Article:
What we're finding is, our financial system, our billing, our revenue recognition, as well as our professional services automation, really provides a nice complete solution to those customers. Coupled with being built on the Salesforce platform, it gives them insight and transparency into their customers and their opportunities and really sets us apart.

Built natively on the platform, FinancialForce shares a common data model, function set and user interface with Salesforce's own sales automation and customer service applications. This is where the 'customer-centric' aspect comes in — it means that all the sales pipeline and customer service records sit in the exact same system as the financials and billing information. The ability to start from an invoice and simply double-click down into Sales Cloud to see the opportunity that led to it is a real eye-opener for prospects, says Nielsen:

We talk about the blending of the front office and the back office. It sounds like a soundbite, but when you actually see it in a demo or a presentation, it's exciting to watch the controller's eyes light up and go, 'Wow, that's really cool to be able to have that visibility and that seamlessness between my financial system and my customer system.'

Digital change agents

The challenge for FinancialForce is to kindle enough enthusiasm for that end-to-end engagement to overcome the customer's understandable fear of painful surgery in their business systems. The market is starting to recognize the value of moving to the cloud and the transformation it can bring, Nielsen believes. But he senses a shortage of CEOs and CFOs that are ready to drive digital transformation and modernization:

One of the limiting factors I think is, who are these change agents that are going to stand up and say, 'I'm going to drive the company into the modern era as far as taking advantage of these technologies'?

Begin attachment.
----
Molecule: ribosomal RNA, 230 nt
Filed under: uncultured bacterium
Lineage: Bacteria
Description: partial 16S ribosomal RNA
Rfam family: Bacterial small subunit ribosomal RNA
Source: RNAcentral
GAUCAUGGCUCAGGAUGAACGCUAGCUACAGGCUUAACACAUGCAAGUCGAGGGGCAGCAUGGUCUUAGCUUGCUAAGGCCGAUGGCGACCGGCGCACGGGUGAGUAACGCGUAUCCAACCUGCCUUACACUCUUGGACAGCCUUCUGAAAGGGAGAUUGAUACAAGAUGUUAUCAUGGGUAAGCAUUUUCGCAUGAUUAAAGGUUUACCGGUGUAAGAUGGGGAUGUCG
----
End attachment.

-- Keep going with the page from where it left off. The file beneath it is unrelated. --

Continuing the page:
It does take someone on the customer side that we or any vendor can partner with to say, 'OK, I'm going to champion this through,' versus holding on to saying, 'I don't want to change because that's going to be more work' or whatever.

My take

Selling cloud-based finance systems is one of the most difficult tasks in the SaaS landscape, as a host of vendors from FinancialForce, Intacct and NetSuite in the midmarket all the way up to Infor, Oracle and SAP in large enterprise have discovered. It's not just reluctance to trust the cloud — that's largely gone away. Instead, it's a reluctance to face up to the pain of moving off an existing system, even one that's not working that well.

FinancialForce is wise therefore to focus on what it's calling the customer-centric segment of the market. Businesses that want to be more responsive are realizing that they need joined-up processes at the back-end to be able to deliver on the engagement they're promising customers at the front-end (a phenomenon that diginomica calls The XaaS Effect). It still takes fortitude to make the move, but at least there's a strong motivation to go ahead.

The same effect, by the way, is taking hold in the PSA market, as we'll discuss in the second part of this interview, coming next.